However, reproducing the emitter in its original form of stacked washers introduces incongruence from one piece to another. Each piece of original fender washer hardware in the stack has very poor tolerance. These are not perfect, cylindrical, flat discs. Quite the opposite. Each disc has many imperfections, inconsistencies, and deviations from a perfect cylinder. Flatness and concentricity are inconsistent. Although every replica ever produced assumes cylindrical washers, we took much greater care in our observations and measurements. This makes a big difference from part to part. For example, a washer intended to be 1.5mm thick could measure anywhere from 1.25mm to 1.75mm. So not only is each washer different, but over the course of the entire stack of twelve washers, this could potentially make a difference of up to 3mm in total length!
It took a lot of very careful, detailed, and thorough measurement to craft an emitter that would both faithfully replicate the original prop, but also adhere to an idealized and consistent form. So ultimately, if you could compare any two of the emitter discs from two different original Maul lightsaber props, they very likely would not match exactly. Similarly, if you compare this replica to any original, it may not match exactly. But if you *averaged* the dimensions of every original prop, that average should match our measurements almost exactly. While using a random washer stack (as per the ASK replica) would make a 'perfectly imperfect' emitter, our emitter is instead 'imperfectly perfect' if that makes any sense. We sought to make a replica whose measurements would be consistent and repeatable from part to part, while adhering to the random imperfections of the large batch of original props.
Again, we wanted to replicate every aspect of the original prop, including many features that no other replica ever has. In short, we feel that this is the best Maul replica EVER. It will come complete with a Proffie 2.2 and 7/8" neopixel blades.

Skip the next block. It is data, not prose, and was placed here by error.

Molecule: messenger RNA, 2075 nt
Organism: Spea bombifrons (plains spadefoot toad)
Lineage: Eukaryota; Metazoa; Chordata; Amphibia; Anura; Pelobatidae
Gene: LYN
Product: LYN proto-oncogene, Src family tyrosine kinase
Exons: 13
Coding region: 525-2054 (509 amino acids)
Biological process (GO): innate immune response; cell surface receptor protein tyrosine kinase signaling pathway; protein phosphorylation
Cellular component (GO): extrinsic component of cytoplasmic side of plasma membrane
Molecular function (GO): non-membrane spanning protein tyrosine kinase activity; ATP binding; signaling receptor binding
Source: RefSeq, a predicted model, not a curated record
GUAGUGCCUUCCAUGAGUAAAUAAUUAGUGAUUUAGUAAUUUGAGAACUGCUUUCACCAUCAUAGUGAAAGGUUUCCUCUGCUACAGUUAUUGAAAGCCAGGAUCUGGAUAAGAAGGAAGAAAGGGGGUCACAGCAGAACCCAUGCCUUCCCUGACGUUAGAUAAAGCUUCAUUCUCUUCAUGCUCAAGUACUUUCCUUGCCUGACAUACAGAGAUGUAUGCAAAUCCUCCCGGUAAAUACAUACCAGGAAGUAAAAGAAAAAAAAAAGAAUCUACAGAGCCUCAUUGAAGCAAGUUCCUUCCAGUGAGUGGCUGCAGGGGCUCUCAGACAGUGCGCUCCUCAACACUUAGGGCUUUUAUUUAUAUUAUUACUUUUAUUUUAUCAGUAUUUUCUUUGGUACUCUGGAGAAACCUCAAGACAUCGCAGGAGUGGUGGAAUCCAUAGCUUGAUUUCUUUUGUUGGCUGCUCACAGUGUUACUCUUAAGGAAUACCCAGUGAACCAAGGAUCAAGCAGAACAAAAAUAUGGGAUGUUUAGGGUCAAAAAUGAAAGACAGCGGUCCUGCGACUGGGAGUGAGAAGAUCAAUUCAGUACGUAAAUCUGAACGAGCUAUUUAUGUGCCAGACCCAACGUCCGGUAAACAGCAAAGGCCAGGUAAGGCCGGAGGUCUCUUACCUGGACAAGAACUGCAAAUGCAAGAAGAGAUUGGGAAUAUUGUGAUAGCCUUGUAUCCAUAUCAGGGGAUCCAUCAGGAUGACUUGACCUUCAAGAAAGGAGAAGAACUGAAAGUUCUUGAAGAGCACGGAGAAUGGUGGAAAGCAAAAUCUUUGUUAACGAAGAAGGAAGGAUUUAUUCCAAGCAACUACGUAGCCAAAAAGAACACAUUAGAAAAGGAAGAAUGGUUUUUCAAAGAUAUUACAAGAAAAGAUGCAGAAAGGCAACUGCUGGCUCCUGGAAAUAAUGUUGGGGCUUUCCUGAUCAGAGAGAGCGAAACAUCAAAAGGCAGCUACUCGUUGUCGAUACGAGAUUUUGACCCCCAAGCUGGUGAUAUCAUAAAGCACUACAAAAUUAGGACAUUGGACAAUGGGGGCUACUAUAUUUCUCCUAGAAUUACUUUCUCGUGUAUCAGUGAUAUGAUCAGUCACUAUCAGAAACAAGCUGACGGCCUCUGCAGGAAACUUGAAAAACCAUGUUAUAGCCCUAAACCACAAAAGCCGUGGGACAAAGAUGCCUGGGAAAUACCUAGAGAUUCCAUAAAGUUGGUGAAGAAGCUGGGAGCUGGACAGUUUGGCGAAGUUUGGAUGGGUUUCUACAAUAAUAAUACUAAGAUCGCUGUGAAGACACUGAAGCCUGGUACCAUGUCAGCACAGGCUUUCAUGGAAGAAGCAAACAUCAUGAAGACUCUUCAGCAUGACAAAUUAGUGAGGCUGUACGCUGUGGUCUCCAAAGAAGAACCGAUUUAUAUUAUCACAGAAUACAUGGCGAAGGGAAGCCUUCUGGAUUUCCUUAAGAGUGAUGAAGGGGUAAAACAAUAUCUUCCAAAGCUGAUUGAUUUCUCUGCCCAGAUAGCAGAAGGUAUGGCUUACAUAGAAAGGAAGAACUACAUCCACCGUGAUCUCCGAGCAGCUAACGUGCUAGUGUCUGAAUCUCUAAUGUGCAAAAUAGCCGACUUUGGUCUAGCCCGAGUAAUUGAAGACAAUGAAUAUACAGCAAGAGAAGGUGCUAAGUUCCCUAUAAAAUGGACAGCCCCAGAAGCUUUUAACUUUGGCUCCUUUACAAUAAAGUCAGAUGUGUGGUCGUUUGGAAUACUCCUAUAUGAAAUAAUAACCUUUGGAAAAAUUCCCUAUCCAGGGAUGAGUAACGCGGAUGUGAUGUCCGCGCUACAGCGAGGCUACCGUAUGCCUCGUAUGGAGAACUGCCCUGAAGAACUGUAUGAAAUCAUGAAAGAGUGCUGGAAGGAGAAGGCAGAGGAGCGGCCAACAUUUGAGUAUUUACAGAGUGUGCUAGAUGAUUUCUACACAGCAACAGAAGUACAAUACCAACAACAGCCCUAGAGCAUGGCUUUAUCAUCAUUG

There are two distinctly different emitter faces on the Maul saber. One is what was made for the hero prop. This face is completely flat, a metal cap machined flush to the 3/8" threaded rod onto which it was constructed. This can be seen following Maul's first battle with Qui Gon Jinn, when he deactivates his saber and watches Qui-Gon escape. The second version had a small recessed detail and a large hole, shown briefly in Maul's second battle with Qui-Gon, as Maul tests the integrity of the red energy barrier separating them, and deactivates his saber. Although some fans prefer one version over another, in my opinion they are equally accurate. Because both are screen-used, and in my opinion equally accurate, we simply made both versions, which can be swapped out via a threaded cap. There is no compromise in terms of accurace for making this swappable version. So you can use whichever version you prefer.
The most common nominal lightsaber blade size is a 1-inch outer diameter. The next most common is 7/8" (22.2mm) OD. Deciding which to use on our replica is a somewhat difficult choice. We could use a 1-inch blade, but then we'd only get about an inch of insertion depth into the saber, as the outer diameter of the conical element under the fins, just behind the emitter rings, is less than 1 inch. If we want a longer plug depth for our blade, we have to go with a 7/8" outer diameter. There's another reason to go with 7/8", as it is a very close match to the diameter of the hole shown briefly on film. So in the end, 7/8th won out, and that is the blade size for Project M.
Project M: Prototypes
Prototype parts and study pieces from our development of this iconic sabers. The full sabers shown here are 3D prints, meant only to illustrate the 3D design, and not representative of final production quality or finishing.
Project M: Comparisons
Showing our Project M printed prototype compared to our primary physical reference (the eFx casting) as well as the KR Menace saber (by request).
Selected Image References
These are some of the images we used to reference various elements of the saber, in addition to the physical parts we had on hand. Note, not all of these are images of the Maul saber. Some are other sabers that had identical design elements (like the silver button, the rivet detail, etc), and were valuable references for those specific elements.